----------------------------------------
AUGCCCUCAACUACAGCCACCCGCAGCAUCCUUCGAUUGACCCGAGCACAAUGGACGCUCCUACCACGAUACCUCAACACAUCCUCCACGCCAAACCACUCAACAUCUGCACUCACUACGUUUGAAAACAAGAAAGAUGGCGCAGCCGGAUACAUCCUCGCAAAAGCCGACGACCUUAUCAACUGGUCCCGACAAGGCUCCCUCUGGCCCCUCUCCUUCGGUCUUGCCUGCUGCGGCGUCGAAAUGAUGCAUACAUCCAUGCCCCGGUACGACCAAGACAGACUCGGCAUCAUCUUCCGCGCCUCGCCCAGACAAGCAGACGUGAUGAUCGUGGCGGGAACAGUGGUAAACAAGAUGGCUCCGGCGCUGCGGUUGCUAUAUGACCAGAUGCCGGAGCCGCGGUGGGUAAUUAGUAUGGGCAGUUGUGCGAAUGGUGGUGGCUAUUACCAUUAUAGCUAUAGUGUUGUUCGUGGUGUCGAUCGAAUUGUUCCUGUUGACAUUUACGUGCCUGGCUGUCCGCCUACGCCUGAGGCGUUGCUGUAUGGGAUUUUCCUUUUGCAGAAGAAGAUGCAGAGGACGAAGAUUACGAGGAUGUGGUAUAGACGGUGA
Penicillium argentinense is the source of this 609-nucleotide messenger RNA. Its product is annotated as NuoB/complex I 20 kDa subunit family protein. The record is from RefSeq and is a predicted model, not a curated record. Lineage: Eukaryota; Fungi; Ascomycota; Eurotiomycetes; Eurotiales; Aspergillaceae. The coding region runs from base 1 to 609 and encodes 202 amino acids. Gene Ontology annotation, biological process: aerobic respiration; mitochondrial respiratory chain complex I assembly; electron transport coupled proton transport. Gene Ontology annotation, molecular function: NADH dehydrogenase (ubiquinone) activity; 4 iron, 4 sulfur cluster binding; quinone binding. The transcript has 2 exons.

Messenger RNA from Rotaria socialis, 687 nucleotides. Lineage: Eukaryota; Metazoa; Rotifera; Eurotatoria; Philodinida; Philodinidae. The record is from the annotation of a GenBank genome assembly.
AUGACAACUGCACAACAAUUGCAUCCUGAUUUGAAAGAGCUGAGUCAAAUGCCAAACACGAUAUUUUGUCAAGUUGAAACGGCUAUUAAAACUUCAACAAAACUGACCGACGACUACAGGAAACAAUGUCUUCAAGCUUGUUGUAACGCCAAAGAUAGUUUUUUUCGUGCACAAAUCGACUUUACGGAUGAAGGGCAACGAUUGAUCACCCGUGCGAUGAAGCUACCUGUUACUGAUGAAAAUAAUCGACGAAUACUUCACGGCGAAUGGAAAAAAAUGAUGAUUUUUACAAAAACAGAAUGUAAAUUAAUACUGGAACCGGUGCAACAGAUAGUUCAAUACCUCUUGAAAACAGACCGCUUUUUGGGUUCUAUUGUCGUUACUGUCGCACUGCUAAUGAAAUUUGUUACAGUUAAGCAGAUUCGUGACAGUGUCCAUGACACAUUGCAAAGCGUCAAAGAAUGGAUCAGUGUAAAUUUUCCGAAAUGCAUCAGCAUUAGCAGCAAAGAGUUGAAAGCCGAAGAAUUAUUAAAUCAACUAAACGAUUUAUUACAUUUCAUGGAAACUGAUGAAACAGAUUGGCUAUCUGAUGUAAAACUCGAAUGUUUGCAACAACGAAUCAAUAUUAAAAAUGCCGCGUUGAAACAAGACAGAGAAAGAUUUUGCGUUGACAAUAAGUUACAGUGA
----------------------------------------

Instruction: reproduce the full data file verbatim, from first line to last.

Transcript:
AUGCCCUCAACUACAGCCACCCGCAGCAUCCUUCGAUUGACCCGAGCACAAUGGACGCUCCUACCACGAUACCUCAACACAUCCUCCACGCCAAACCACUCAACAUCUGCACUCACUACGUUUGAAAACAAGAAAGAUGGCGCAGCCGGAUACAUCCUCGCAAAAGCCGACGACCUUAUCAACUGGUCCCGACAAGGCUCCCUCUGGCCCCUCUCCUUCGGUCUUGCCUGCUGCGGCGUCGAAAUGAUGCAUACAUCCAUGCCCCGGUACGACCAAGACAGACUCGGCAUCAUCUUCCGCGCCUCGCCCAGACAAGCAGACGUGAUGAUCGUGGCGGGAACAGUGGUAAACAAGAUGGCUCCGGCGCUGCGGUUGCUAUAUGACCAGAUGCCGGAGCCGCGGUGGGUAAUUAGUAUGGGCAGUUGUGCGAAUGGUGGUGGCUAUUACCAUUAUAGCUAUAGUGUUGUUCGUGGUGUCGAUCGAAUUGUUCCUGUUGACAUUUACGUGCCUGGCUGUCCGCCUACGCCUGAGGCGUUGCUGUAUGGGAUUUUCCUUUUGCAGAAGAAGAUGCAGAGGACGAAGAUUACGAGGAUGUGGUAUAGACGGUGA
Penicillium argentinense is the source of this 609-nucleotide messenger RNA. Its product is annotated as NuoB/complex I 20 kDa subunit family protein. The record is from RefSeq and is a predicted model, not a curated record. Lineage: Eukaryota; Fungi; Ascomycota; Eurotiomycetes; Eurotiales; Aspergillaceae. The coding region runs from base 1 to 609 and encodes 202 amino acids. Gene Ontology annotation, biological process: aerobic respiration; mitochondrial respiratory chain complex I assembly; electron transport coupled proton transport. Gene Ontology annotation, molecular function: NADH dehydrogenase (ubiquinone) activity; 4 iron, 4 sulfur cluster binding; quinone binding. The transcript has 2 exons.

Messenger RNA from Rotaria socialis, 687 nucleotides. Lineage: Eukaryota; Metazoa; Rotifera; Eurotatoria; Philodinida; Philodinidae. The record is from the annotation of a GenBank genome assembly.
AUGACAACUGCACAACAAUUGCAUCCUGAUUUGAAAGAGCUGAGUCAAAUGCCAAACACGAUAUUUUGUCAAGUUGAAACGGCUAUUAAAACUUCAACAAAACUGACCGACGACUACAGGAAACAAUGUCUUCAAGCUUGUUGUAACGCCAAAGAUAGUUUUUUUCGUGCACAAAUCGACUUUACGGAUGAAGGGCAACGAUUGAUCACCCGUGCGAUGAAGCUACCUGUUACUGAUGAAAAUAAUCGACGAAUACUUCACGGCGAAUGGAAAAAAAUGAUGAUUUUUACAAAAACAGAAUGUAAAUUAAUACUGGAACCGGUGCAACAGAUAGUUCAAUACCUCUUGAAAACAGACCGCUUUUUGGGUUCUAUUGUCGUUACUGUCGCACUGCUAAUGAAAUUUGUUACAGUUAAGCAGAUUCGUGACAGUGUCCAUGACACAUUGCAAAGCGUCAAAGAAUGGAUCAGUGUAAAUUUUCCGAAAUGCAUCAGCAUUAGCAGCAAAGAGUUGAAAGCCGAAGAAUUAUUAAAUCAACUAAACGAUUUAUUACAUUUCAUGGAAACUGAUGAAACAGAUUGGCUAUCUGAUGUAAAACUCGAAUGUUUGCAACAACGAAUCAAUAUUAAAAAUGCCGCGUUGAAACAAGACAGAGAAAGAUUUUGCGUUGACAAUAAGUUACAGUGA